Finally there is Frank Bongiorno’s Chapter on Bourke in a book on The Governors of New South Wales 1788-2010 (2009), which concluded that Bourke “believed that he should not be hemmed in on every side by the self-interested obstruction of others. Richard Bourke’s growing inflexibility in dealing with his local opponents was not a personal quirk, but came out of a larger understanding of his role, as a Christian ruler within the British Empire, to bring regularity, order and civilisation to a colonial wilderness.”
To these five suggestive portraits can now be added Kemp’s discussion.
Interestingly, the publication of this new work coincides with the restoration – completed in early October 2018 – of Bourke’s statue outside Sydney’s Mitchell Library, the first major monument to a living figure in the colony – more on which later.
Bourke was an interesting man. Of Anglo-Irish extraction, of mixed Catholic and Protestant heritage, he was a military officer, landed proprietor, administrator, prominent Whig, and man of action. Born in Ireland in 1777, he graduated in Arts at Oxford when 21 and then commenced training for the bar. But he soon abandoned the law for the army, joining in 1795 the Grenadier Guards. He was made lieutenant and captain in 1799; major in 1805; lieutenant-colonel, 1806; colonel, 1814; major-general in 1825; lieutenant-general in early 1837, and general in 1851.
He served under the Duke of York upon the Expedition to Holland in 1799. In battles in Helder he was severely wounded, shot through his jaw. (This injury permanently limited Bourke’s ability to project his voice). Later he served as Quartermaster General in South America, and in 1807 was engaged in the siege and storming of Montevideo in Uruguay. At Buenos Aires, he was Adjutant-General. Next he was appointed Assistant Quartermaster-General of Wellington’s army in Spain. As he knew Spanish, he became liaison officer with the Spanish Army.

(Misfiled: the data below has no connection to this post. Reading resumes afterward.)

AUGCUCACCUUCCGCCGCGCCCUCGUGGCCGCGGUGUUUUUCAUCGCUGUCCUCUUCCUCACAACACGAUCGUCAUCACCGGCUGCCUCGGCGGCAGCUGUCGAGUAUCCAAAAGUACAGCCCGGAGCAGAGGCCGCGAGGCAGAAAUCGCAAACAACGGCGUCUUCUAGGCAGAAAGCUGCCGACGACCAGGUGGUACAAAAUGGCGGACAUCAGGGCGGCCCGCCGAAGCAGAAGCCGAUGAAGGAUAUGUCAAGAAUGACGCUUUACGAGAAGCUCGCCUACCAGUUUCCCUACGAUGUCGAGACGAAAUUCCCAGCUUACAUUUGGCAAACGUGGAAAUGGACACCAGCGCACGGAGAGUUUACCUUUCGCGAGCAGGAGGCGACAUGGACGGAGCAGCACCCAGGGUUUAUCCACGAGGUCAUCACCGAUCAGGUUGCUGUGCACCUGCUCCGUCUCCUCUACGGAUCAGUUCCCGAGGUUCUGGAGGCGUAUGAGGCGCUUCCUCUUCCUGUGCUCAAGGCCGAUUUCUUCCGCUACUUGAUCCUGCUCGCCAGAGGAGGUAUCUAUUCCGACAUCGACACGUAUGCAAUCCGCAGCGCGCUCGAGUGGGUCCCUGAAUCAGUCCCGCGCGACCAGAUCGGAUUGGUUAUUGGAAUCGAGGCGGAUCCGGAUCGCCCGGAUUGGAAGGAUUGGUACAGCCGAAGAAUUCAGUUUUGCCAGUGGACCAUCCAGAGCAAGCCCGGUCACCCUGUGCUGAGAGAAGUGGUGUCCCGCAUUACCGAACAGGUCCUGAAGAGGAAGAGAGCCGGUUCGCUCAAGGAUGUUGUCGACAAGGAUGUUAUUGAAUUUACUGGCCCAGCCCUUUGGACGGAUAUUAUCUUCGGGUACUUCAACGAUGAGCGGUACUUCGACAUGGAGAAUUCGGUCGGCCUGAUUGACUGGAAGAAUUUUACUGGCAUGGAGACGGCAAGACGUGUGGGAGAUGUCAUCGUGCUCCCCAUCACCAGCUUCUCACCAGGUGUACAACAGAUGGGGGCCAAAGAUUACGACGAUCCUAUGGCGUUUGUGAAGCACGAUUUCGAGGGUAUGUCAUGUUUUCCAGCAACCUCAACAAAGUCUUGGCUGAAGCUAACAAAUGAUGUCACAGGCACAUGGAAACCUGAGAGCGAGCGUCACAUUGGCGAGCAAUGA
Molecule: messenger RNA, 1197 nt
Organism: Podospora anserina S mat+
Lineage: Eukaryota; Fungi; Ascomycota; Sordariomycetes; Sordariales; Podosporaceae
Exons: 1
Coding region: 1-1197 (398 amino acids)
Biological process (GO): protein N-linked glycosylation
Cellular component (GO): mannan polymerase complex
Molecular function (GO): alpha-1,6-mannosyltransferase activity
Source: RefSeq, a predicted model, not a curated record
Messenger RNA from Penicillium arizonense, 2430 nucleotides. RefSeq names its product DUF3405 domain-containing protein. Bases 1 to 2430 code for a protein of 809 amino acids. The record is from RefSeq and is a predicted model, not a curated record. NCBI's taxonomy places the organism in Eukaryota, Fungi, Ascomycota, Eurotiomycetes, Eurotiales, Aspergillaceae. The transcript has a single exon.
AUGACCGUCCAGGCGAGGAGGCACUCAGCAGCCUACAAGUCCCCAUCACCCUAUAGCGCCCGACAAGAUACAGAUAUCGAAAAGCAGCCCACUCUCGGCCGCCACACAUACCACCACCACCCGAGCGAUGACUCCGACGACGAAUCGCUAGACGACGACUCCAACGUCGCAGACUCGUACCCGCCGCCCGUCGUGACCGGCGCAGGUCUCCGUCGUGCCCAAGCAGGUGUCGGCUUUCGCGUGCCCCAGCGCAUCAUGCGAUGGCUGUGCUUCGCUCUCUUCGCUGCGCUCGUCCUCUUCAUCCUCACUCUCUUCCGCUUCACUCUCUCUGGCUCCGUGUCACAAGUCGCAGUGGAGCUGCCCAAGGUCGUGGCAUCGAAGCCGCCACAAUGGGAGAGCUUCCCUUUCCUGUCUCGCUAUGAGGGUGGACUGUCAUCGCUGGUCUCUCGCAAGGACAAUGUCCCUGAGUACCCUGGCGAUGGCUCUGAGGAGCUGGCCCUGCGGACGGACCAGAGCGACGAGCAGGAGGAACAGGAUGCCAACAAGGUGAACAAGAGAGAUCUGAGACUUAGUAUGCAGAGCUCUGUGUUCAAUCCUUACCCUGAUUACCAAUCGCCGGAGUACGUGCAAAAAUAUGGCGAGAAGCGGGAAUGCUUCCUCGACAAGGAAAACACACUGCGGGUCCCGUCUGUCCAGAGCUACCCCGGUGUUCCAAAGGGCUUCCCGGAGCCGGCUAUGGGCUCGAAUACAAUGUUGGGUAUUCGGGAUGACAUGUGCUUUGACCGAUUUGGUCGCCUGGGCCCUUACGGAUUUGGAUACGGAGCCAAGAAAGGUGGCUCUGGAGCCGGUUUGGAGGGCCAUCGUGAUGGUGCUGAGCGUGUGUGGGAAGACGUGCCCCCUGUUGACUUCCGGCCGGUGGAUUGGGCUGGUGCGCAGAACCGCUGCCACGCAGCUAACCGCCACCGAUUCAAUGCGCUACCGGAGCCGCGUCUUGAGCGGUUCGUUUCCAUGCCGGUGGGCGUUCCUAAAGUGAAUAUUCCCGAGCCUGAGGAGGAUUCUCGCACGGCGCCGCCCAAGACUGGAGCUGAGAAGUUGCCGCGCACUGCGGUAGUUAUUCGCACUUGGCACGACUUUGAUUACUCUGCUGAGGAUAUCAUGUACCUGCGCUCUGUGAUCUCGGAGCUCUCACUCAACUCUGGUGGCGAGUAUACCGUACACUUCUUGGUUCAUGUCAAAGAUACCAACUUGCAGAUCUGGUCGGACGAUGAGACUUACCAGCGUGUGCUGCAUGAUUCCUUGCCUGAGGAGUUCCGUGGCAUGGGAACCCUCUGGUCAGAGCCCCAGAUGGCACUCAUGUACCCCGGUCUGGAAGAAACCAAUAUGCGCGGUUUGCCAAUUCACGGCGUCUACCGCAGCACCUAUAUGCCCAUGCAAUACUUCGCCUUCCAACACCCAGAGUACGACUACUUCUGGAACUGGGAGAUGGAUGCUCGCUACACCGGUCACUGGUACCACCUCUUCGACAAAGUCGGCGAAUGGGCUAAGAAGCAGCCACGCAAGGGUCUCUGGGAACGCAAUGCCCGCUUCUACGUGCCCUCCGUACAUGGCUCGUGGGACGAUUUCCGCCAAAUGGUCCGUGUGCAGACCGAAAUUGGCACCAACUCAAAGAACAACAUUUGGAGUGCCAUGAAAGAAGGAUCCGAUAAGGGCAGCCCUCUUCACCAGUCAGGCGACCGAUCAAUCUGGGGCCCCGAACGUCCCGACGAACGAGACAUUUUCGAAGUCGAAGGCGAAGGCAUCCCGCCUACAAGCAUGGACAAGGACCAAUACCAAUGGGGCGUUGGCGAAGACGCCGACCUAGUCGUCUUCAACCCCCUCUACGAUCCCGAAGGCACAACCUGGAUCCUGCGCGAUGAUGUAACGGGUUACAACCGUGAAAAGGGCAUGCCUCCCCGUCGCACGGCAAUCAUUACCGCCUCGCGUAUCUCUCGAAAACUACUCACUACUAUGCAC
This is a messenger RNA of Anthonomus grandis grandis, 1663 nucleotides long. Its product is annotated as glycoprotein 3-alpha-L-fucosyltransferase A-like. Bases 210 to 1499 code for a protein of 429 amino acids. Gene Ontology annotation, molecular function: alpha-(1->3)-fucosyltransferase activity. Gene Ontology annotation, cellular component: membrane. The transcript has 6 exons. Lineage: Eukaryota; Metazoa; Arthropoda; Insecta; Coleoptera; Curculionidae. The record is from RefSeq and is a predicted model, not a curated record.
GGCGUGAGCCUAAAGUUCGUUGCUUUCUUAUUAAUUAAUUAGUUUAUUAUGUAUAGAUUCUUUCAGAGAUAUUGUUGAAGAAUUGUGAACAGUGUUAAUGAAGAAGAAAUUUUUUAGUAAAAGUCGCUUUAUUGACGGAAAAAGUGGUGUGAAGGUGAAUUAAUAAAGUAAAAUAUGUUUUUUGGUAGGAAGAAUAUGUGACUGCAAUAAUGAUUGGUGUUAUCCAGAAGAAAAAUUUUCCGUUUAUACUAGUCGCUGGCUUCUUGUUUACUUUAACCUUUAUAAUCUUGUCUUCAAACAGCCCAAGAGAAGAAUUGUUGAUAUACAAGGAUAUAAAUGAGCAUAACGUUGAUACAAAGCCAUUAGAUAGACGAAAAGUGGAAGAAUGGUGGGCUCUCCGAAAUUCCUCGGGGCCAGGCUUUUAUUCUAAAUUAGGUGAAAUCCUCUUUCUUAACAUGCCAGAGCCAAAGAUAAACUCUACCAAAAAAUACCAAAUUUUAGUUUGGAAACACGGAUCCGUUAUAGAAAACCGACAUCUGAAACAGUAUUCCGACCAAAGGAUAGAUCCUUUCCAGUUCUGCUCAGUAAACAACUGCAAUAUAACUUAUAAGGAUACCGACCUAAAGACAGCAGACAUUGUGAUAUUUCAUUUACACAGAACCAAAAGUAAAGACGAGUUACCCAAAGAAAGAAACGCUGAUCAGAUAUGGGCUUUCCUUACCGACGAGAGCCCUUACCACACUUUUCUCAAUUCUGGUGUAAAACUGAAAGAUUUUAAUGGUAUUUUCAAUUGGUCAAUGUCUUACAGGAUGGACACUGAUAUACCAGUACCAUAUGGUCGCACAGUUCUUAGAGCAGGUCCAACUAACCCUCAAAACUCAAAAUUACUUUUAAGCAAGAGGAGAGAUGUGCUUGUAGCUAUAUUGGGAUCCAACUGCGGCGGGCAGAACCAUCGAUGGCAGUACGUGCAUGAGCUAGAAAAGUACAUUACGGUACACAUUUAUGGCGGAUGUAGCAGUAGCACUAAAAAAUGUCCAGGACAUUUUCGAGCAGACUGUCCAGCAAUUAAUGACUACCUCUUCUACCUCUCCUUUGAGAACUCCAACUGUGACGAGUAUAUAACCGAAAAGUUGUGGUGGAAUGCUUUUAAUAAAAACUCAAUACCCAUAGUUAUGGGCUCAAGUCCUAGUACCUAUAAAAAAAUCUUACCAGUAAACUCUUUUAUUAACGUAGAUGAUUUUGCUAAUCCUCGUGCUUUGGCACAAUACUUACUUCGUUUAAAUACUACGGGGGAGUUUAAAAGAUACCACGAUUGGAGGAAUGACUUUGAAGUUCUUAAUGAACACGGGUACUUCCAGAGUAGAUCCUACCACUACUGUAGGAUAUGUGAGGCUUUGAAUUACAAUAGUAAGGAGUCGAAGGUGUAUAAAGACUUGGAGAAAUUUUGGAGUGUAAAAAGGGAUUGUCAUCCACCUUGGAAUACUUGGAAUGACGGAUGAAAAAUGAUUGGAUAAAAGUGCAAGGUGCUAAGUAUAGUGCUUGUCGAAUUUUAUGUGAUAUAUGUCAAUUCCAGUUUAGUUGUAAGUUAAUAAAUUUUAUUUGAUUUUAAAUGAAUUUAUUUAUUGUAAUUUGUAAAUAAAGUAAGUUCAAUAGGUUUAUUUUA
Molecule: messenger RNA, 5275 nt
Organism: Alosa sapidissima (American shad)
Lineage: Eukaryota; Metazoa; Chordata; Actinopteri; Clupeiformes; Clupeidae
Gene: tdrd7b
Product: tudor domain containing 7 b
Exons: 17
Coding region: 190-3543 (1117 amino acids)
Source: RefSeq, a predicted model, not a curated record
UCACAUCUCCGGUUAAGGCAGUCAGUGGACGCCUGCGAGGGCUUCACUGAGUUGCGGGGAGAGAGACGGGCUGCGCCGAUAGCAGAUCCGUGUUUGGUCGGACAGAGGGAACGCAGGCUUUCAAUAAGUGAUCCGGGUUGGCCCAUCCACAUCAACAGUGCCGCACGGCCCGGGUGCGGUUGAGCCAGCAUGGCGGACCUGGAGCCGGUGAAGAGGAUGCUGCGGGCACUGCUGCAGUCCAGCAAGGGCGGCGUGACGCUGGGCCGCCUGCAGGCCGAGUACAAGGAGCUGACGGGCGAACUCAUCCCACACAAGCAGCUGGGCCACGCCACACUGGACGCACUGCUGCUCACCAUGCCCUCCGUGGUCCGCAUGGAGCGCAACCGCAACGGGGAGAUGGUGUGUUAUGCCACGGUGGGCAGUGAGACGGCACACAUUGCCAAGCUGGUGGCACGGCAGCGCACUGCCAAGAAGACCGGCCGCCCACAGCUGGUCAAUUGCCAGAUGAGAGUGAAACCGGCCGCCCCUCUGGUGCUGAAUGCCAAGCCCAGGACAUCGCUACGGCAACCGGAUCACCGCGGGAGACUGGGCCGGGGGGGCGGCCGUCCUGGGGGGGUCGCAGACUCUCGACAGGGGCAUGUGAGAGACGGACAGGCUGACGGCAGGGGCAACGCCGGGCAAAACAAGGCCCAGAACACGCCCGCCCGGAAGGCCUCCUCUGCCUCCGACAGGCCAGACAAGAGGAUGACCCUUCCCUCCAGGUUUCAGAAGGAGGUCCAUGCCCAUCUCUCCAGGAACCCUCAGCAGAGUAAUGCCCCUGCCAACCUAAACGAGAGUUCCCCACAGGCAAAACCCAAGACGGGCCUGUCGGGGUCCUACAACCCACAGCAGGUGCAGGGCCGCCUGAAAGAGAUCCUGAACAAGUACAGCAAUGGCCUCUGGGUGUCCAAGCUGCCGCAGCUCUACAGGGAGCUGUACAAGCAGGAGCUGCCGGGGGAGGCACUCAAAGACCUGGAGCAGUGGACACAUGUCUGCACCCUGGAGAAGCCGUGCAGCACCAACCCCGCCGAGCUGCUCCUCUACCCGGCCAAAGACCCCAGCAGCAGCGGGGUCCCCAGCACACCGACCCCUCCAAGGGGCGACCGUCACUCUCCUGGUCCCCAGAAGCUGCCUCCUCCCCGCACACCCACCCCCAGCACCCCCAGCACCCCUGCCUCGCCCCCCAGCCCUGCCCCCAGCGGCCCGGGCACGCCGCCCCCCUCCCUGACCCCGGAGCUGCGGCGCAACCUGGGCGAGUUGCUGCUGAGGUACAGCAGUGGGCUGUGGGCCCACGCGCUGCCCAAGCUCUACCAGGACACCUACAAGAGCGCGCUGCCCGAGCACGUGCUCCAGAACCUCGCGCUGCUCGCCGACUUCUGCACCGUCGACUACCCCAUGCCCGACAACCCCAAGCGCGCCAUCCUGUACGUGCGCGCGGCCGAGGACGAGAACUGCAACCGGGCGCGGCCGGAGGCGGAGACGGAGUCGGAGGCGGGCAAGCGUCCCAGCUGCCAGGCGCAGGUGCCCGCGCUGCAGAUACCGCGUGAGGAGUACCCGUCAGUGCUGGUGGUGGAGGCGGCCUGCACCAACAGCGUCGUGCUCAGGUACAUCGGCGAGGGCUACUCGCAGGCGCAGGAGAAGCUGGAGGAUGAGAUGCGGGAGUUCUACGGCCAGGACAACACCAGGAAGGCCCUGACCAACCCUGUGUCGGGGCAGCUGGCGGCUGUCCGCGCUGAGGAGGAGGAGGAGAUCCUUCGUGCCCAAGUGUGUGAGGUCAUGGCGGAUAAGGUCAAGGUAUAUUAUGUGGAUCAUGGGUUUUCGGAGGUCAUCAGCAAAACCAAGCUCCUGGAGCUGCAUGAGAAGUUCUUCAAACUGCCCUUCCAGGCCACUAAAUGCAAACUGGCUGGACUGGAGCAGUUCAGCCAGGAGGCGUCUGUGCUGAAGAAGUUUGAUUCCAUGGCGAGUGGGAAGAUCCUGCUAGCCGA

In 1825, at the age of 48, he was appointed Lieutenant-General of the eastern province of Cape Colony in what is now South Africa, and between 1826 and 1828 served as the colony’s Acting Governor. His papers on that period are at Rhodes House at Oxford. Modern historians see him as a practical and humane man, trying to respect the different races and the vexed issues of a divided settler society. Hazel King commented that in the Cape Colony “uncodified laws were confused, the courts were uncertain in operation, and many administrative officials were inefficient, inadequately paid and corrupt.” Exhausted after his tenure, Bourke sought retirement, returning to his estates in Ireland. There Bourke contemplated editing some works of Edmund Burke, his distant relative, with whom he used to spend his university vacations. But this was deferred with the prospect of a new appointment in a warmer climate, something he hoped might improve the frail health of his wife, Elizabeth (sadly, she died at Parramatta in 1832). The election in 1830 of a Whig government in London, led by Earl Grey, Prime Minister, 1830-34, paved the way to Bourke’s appointment as Governor of NSW, replacing the unpopular Darling. Bourke arrived at Sydney Cove in early December 1831.